Your Starter for Ten: 50 Years of University Challenge - review

A hymn to the ultimate quiz show is a nostalgia fest for Antonia Quirke.

New Statesman
Photograph: Getty Images

A comprehensive and amusing documentary about University Challenge went out 50 years after its first episode was shown on ITV (25 August, 8pm). Its presenter, Mark Damazer, former controller of Radio 4, said, with a sniffette: “It’s unimaginable that it could be on ITV now.” Damazer outed himself as a long-term UCnut (though he was too shy to try joining his team at Cambridge) who sits along with everyone else each week guzzling an insufficient three glasses of wine, yelling, “The Lark Ascending!” at the TV. Some nice clips of early episodes revealed the original theme tune – a woolly, big band number of the kind couples danced fast and unerotically to around one of those cavernous, postwar ballrooms with their eyes fixed on someone over the shoulder of their partner.

God knows what the first audience made of what came next – a quiz show starring students was scarcely the norm – but the programme quickly changed its jingle and has pretty much always topped ratings. Originally based on a 1950s US model, the format was reworked for Britain in 1962, around the time the economist and government adviser Lionel Robbins was insisting on more universities and more students going to them. Then, students were “really rather mysterious creatures seen as very, very bright and very, very unusual and very, very talented”, recalled an early contestant, pointing out that in 1962 less than 10 per cent of the population went to university. Now everybody goes and we still can’t answer the questions.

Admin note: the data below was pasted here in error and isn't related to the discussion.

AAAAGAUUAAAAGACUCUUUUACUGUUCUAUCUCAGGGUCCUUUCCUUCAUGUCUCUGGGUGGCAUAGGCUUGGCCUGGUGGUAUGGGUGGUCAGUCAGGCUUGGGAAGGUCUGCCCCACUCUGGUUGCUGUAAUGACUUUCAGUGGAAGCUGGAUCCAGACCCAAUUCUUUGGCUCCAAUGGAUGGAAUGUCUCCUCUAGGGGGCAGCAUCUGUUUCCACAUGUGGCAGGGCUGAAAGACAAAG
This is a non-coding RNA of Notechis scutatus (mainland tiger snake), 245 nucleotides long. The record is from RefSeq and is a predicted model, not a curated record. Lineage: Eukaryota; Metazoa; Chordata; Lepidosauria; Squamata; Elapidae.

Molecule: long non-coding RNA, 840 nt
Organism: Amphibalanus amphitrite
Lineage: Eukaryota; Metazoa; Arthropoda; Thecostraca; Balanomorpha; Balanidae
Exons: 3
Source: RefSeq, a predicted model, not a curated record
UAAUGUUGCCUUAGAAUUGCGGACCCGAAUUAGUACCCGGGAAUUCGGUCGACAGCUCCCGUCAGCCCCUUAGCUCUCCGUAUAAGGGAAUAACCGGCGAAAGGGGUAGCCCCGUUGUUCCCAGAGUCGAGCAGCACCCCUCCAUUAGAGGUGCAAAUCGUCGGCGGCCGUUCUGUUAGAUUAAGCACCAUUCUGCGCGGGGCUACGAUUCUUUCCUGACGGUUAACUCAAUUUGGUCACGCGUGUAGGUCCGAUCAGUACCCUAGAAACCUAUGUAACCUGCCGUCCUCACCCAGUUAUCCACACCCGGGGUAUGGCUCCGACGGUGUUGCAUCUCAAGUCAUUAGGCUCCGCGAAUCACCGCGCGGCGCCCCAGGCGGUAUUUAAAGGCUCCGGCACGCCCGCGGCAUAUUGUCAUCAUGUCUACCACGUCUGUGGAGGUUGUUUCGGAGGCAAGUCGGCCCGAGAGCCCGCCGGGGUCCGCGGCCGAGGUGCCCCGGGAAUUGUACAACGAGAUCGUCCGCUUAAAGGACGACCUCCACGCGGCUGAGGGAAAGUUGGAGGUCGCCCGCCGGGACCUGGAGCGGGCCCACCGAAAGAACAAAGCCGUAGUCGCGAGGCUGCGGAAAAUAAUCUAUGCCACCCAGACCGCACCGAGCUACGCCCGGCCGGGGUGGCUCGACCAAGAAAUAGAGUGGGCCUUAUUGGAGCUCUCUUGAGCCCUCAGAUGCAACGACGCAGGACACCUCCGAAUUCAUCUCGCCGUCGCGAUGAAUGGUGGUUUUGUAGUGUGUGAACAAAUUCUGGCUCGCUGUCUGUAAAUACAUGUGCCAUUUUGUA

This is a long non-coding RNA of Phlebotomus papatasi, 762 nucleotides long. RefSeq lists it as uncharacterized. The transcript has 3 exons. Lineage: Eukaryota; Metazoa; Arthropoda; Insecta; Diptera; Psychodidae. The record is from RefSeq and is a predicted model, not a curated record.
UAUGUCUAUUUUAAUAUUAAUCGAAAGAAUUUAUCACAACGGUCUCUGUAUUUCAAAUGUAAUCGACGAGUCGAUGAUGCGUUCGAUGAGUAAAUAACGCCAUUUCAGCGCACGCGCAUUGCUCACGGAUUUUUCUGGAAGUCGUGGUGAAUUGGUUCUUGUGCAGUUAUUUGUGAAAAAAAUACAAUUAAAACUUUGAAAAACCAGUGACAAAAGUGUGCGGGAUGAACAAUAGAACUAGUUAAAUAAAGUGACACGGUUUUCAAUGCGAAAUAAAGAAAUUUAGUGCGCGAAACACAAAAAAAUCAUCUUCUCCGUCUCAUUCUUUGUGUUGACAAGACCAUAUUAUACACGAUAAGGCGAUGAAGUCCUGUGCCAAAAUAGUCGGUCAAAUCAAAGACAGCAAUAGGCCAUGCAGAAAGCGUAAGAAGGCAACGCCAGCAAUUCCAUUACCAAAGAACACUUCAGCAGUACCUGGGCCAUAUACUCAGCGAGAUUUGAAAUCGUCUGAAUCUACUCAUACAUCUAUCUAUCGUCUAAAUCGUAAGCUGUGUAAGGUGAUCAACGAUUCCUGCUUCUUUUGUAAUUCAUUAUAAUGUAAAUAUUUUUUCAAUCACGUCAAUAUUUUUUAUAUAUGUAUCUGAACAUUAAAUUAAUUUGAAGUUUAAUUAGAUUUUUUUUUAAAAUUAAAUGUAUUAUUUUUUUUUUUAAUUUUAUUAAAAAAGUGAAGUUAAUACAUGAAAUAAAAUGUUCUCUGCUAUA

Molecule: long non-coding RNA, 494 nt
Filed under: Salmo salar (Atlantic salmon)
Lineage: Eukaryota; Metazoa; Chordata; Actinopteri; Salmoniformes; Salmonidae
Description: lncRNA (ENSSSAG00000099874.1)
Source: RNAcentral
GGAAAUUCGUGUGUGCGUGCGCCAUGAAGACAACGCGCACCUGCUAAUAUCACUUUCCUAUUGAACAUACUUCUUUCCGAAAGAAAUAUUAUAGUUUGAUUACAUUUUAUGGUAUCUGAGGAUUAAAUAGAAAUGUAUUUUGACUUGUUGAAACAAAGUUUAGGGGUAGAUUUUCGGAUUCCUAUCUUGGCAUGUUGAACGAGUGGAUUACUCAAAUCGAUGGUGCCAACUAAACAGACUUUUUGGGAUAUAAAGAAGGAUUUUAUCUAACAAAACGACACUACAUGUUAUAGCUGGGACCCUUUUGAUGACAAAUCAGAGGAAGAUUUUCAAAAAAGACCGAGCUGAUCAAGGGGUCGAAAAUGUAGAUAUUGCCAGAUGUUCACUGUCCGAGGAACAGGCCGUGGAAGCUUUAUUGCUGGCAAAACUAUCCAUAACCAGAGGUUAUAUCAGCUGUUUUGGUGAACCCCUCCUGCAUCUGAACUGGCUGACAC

When I was young, I was friends with a girl whose tall, white-blonde, Australian mother wrote the questions and was seen wheeling a suitcase full of reference books about the Pre- Raphaelites to Hale Station to transport up the road to Granada Studios, smoking Winstons. This, to me, was glamour. University Challenge meant long, alcoholic lunches in the 1980s in south Manchester bistros where I’d say, “Did you know that at Stonehenge they used to sacrifice women to the dung god?” Even now, when I hear Paxman shouting, “Come on!” I think of sliced steak drenched in brandy and shallots (steak Diane? I’m waiting), which is not the programme’s intention but there are worse things.